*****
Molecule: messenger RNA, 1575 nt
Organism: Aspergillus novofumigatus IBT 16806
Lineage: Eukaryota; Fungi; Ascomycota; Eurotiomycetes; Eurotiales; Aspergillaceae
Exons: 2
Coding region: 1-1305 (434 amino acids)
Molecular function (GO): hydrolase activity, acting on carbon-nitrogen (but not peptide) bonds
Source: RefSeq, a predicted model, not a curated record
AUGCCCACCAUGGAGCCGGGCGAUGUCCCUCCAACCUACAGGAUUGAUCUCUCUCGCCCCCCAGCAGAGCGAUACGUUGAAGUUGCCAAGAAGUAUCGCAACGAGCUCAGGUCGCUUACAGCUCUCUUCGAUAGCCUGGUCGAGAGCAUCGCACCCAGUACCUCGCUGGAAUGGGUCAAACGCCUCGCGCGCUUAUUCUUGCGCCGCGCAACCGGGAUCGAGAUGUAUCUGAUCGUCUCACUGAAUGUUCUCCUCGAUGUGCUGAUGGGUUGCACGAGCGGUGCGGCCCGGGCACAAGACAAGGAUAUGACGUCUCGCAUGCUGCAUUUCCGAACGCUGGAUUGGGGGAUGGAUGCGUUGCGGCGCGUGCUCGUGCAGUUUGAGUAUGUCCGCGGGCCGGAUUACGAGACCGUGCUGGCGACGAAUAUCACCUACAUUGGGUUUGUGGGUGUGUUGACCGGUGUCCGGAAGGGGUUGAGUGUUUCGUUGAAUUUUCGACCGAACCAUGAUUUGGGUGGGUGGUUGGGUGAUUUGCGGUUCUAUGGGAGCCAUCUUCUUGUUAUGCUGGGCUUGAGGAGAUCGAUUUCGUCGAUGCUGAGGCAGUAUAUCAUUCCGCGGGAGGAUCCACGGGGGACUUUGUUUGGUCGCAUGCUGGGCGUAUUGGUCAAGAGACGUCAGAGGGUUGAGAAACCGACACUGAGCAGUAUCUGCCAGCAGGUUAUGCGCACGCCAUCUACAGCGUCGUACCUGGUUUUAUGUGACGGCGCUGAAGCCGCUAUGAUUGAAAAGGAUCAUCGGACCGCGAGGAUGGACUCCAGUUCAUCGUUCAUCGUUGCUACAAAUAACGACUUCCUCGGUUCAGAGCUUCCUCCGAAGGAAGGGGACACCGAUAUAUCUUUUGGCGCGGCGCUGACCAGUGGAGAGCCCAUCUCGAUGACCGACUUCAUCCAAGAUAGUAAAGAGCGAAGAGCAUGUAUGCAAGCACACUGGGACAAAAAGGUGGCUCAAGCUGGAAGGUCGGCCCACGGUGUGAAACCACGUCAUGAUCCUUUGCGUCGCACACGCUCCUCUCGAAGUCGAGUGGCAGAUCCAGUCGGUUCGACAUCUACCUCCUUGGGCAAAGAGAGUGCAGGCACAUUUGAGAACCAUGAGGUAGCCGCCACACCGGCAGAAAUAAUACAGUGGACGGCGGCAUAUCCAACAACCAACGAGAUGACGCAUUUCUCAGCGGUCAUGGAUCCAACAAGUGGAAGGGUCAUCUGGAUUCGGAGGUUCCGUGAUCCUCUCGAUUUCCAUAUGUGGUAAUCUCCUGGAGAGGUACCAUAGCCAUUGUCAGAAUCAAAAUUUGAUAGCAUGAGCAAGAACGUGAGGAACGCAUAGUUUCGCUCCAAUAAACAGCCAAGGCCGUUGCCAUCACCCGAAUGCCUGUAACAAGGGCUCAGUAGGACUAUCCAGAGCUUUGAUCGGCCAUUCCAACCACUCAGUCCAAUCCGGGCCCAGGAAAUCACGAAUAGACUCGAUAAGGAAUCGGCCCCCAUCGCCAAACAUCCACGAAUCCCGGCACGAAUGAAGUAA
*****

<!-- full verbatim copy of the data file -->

Molecule: messenger RNA, 1575 nt
Organism: Aspergillus novofumigatus IBT 16806
Lineage: Eukaryota; Fungi; Ascomycota; Eurotiomycetes; Eurotiales; Aspergillaceae
Exons: 2
Coding region: 1-1305 (434 amino acids)
Molecular function (GO): hydrolase activity, acting on carbon-nitrogen (but not peptide) bonds
Source: RefSeq, a predicted model, not a curated record
AUGCCCACCAUGGAGCCGGGCGAUGUCCCUCCAACCUACAGGAUUGAUCUCUCUCGCCCCCCAGCAGAGCGAUACGUUGAAGUUGCCAAGAAGUAUCGCAACGAGCUCAGGUCGCUUACAGCUCUCUUCGAUAGCCUGGUCGAGAGCAUCGCACCCAGUACCUCGCUGGAAUGGGUCAAACGCCUCGCGCGCUUAUUCUUGCGCCGCGCAACCGGGAUCGAGAUGUAUCUGAUCGUCUCACUGAAUGUUCUCCUCGAUGUGCUGAUGGGUUGCACGAGCGGUGCGGCCCGGGCACAAGACAAGGAUAUGACGUCUCGCAUGCUGCAUUUCCGAACGCUGGAUUGGGGGAUGGAUGCGUUGCGGCGCGUGCUCGUGCAGUUUGAGUAUGUCCGCGGGCCGGAUUACGAGACCGUGCUGGCGACGAAUAUCACCUACAUUGGGUUUGUGGGUGUGUUGACCGGUGUCCGGAAGGGGUUGAGUGUUUCGUUGAAUUUUCGACCGAACCAUGAUUUGGGUGGGUGGUUGGGUGAUUUGCGGUUCUAUGGGAGCCAUCUUCUUGUUAUGCUGGGCUUGAGGAGAUCGAUUUCGUCGAUGCUGAGGCAGUAUAUCAUUCCGCGGGAGGAUCCACGGGGGACUUUGUUUGGUCGCAUGCUGGGCGUAUUGGUCAAGAGACGUCAGAGGGUUGAGAAACCGACACUGAGCAGUAUCUGCCAGCAGGUUAUGCGCACGCCAUCUACAGCGUCGUACCUGGUUUUAUGUGACGGCGCUGAAGCCGCUAUGAUUGAAAAGGAUCAUCGGACCGCGAGGAUGGACUCCAGUUCAUCGUUCAUCGUUGCUACAAAUAACGACUUCCUCGGUUCAGAGCUUCCUCCGAAGGAAGGGGACACCGAUAUAUCUUUUGGCGCGGCGCUGACCAGUGGAGAGCCCAUCUCGAUGACCGACUUCAUCCAAGAUAGUAAAGAGCGAAGAGCAUGUAUGCAAGCACACUGGGACAAAAAGGUGGCUCAAGCUGGAAGGUCGGCCCACGGUGUGAAACCACGUCAUGAUCCUUUGCGUCGCACACGCUCCUCUCGAAGUCGAGUGGCAGAUCCAGUCGGUUCGACAUCUACCUCCUUGGGCAAAGAGAGUGCAGGCACAUUUGAGAACCAUGAGGUAGCCGCCACACCGGCAGAAAUAAUACAGUGGACGGCGGCAUAUCCAACAACCAACGAGAUGACGCAUUUCUCAGCGGUCAUGGAUCCAACAAGUGGAAGGGUCAUCUGGAUUCGGAGGUUCCGUGAUCCUCUCGAUUUCCAUAUGUGGUAAUCUCCUGGAGAGGUACCAUAGCCAUUGUCAGAAUCAAAAUUUGAUAGCAUGAGCAAGAACGUGAGGAACGCAUAGUUUCGCUCCAAUAAACAGCCAAGGCCGUUGCCAUCACCCGAAUGCCUGUAACAAGGGCUCAGUAGGACUAUCCAGAGCUUUGAUCGGCCAUUCCAACCACUCAGUCCAAUCCGGGCCCAGGAAAUCACGAAUAGACUCGAUAAGGAAUCGGCCCCCAUCGCCAAACAUCCACGAAUCCCGGCACGAAUGAAGUAA